Anyone who wants to sell their entire company or just part of it, such as the online shop, is often faced with the problem of not finding a suitable buyer in Germany. Many entrepreneurs solve this problem by selling to foreign buyers. Across the EU, such a purchase is linked to rules and standards based on fixed structures. But what is the legal situation if you want to sell to non-European countries such as Switzerland. How is the value added tax or sales tax paid? Which rules must be observed so that the invoice is recognized by the tax office? This article is intended to provide answers to these questions as well as information on procedural measures.

Legal situation

When marketing entire web companies or online shops in Switzerland or other non-EU third countries, there is no uniform legal situation, such as the European reverse charge agreement, as the tax and legal systems in the various countries differ greatly. Sellers are therefore required and obliged to inform themselves sufficiently about the legal situation of the respective country. Information in this area, e.g. on invoicing in third countries, is also provided by the German Chambers of Foreign Trade.

Value added tax or sales tax

The type of invoicing also depends entirely on the legal basis of the respective country in which the goods are sold. In principle, invoices are issued without sales tax, as the tax is calculated in the country in which the recipient of the service is based.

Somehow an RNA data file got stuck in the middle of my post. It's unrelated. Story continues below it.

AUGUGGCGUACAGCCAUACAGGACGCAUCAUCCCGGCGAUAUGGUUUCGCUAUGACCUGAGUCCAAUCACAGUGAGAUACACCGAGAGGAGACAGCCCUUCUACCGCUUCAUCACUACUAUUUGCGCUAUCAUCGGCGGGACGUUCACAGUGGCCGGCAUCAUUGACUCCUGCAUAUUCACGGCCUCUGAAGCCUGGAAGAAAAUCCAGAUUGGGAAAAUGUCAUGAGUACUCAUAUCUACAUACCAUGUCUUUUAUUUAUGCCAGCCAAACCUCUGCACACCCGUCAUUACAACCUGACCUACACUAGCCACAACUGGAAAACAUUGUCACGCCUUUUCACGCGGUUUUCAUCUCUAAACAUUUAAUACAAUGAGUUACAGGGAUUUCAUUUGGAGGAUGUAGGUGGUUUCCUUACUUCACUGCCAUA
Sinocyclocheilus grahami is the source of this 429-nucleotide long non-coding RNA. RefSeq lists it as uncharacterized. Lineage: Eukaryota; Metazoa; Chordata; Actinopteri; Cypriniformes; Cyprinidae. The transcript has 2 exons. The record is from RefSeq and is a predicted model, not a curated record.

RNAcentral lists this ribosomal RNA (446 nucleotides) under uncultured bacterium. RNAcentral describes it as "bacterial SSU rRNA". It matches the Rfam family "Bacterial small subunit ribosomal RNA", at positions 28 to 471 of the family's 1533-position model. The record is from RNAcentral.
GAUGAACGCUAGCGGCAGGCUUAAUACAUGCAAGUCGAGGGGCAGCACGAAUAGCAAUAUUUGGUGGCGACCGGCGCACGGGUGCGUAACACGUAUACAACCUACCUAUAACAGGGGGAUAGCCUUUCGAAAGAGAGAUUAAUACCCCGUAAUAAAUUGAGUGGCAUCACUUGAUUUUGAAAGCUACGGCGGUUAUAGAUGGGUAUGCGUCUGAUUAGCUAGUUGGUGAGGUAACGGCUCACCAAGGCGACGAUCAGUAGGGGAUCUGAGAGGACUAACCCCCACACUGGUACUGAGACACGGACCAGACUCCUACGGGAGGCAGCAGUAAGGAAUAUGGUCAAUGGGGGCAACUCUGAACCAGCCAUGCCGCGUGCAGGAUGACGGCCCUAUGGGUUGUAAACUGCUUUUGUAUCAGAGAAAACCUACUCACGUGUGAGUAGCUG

For sales to Switzerland, similar sales tax systems apply here as within the EU.


A German entrepreneur sells his webshop to a Swiss. The German entrepreneur does not show sales tax on the invoice, but the buyer reports the sales tax to his tax office in Switzerland and deducts it himself as input tax.


Small businesses are excluded from this regulation, as they are exempt from sales tax anyway. BUT: It should be noted that the thresholds for small business owners in the legal bases of the individual countries may vary.

Billing information

The respective regulations of the third country also apply to the invoice details. According to the German perspective, no special information is mandatory. Nevertheless, it is advisable to include a note on the invoice that the sale is non-taxable in Germany.

Sale to private individuals

The situation is different, however, when the sale is made to private individuals rather than to other companies. Then the German sales tax must be listed on the invoice. Regardless of whether the buyer is based in the EU or outside of it, such as Switzerland. Are you interested in selling yourself, but don’t know how and where?

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